France recently passed a bill that would impose a 3% tax on tech companies earning more than €750 million in global revenues and digital sales of €25 million in France. This tax targets mostly big American tech companies such as Facebook and Google, but also affects multiple companies from China, Germany, Britain, and even France. France says the tax is part of their efforts to protect smaller local start-ups.
In a tweet last July, Trump criticized the bill and hinted at countering France’s actions by imposing a tax on French wine imports. Finance Minister, Bruno Le Maire, told Bloomberg that no such thing could happen, stating that “It is obvious when we have a formal and definitive deal we withdraw what was the issue, the section 301, that is the heart of the deal”.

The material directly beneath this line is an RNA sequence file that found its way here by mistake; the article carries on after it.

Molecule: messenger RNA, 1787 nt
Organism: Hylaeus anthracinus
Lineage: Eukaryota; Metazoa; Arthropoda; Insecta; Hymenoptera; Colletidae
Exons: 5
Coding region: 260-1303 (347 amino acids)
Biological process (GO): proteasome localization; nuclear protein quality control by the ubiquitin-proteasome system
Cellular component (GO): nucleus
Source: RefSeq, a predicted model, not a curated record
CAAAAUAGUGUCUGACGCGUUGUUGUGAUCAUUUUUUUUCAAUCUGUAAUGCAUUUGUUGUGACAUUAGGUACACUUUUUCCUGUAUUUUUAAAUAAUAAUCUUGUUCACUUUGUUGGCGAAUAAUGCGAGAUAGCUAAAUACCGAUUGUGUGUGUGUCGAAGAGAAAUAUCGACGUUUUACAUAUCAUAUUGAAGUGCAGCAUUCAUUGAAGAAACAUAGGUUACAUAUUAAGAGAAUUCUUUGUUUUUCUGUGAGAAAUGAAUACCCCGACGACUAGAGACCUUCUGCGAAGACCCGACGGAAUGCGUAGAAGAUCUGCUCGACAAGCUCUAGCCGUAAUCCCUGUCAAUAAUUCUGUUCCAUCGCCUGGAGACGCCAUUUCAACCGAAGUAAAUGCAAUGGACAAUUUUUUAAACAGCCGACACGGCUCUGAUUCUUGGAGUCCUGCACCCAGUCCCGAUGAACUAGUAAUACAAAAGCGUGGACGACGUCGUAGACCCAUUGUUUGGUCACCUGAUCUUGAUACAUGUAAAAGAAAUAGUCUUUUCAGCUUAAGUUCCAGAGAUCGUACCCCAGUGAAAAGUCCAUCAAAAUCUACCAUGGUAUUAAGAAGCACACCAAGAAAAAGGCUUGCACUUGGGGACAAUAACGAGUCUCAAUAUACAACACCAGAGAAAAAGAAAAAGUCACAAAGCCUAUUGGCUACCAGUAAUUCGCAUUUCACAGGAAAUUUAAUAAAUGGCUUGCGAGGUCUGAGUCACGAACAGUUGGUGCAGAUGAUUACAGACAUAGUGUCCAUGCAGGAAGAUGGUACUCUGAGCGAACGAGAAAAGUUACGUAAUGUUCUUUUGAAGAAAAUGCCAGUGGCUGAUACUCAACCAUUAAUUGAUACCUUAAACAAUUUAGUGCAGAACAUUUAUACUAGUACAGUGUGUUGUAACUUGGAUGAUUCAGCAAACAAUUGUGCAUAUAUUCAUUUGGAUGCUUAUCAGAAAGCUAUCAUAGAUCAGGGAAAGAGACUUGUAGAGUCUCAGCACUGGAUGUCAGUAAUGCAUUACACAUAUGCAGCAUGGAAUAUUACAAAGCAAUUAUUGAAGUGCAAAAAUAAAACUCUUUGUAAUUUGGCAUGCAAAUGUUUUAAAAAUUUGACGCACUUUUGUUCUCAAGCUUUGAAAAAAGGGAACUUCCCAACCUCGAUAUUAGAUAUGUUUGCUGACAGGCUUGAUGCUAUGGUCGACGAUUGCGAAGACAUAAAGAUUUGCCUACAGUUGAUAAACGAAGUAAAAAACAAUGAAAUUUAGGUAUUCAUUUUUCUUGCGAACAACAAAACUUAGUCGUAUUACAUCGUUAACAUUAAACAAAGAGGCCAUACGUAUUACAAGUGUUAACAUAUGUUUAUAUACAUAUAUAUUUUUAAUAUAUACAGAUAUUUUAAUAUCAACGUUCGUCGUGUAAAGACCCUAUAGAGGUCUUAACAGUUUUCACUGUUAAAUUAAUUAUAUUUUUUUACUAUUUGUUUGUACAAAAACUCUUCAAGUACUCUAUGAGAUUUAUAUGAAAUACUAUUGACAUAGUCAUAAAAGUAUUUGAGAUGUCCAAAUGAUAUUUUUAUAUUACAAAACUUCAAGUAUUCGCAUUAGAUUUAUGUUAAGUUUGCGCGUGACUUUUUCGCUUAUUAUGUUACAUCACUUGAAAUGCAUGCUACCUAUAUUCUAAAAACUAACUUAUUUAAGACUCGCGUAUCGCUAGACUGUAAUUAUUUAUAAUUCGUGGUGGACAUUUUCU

France just put a digital tax on our great American technology companies. If anybody taxes them, it should be their home Country, the USA. We will announce a substantial reciprocal action on Macron’s foolishness shortly. I’ve always said American wine is better than French wine!
— Donald J. Trump (@realDonaldTrump) July 26, 2019
The recent compromise announced at the G7 Summit states that France’s taxation of big tech companies will continue until the OECD can find proper taxation policies for companies that operate on foreign land. France also said that once such a policy is in effect, they will scrap their current 3% tax policy and pay back companies the difference.
Trump has not yet confirmed that the compromise satisfies him, but he did heap praised for Macron throughout the summit.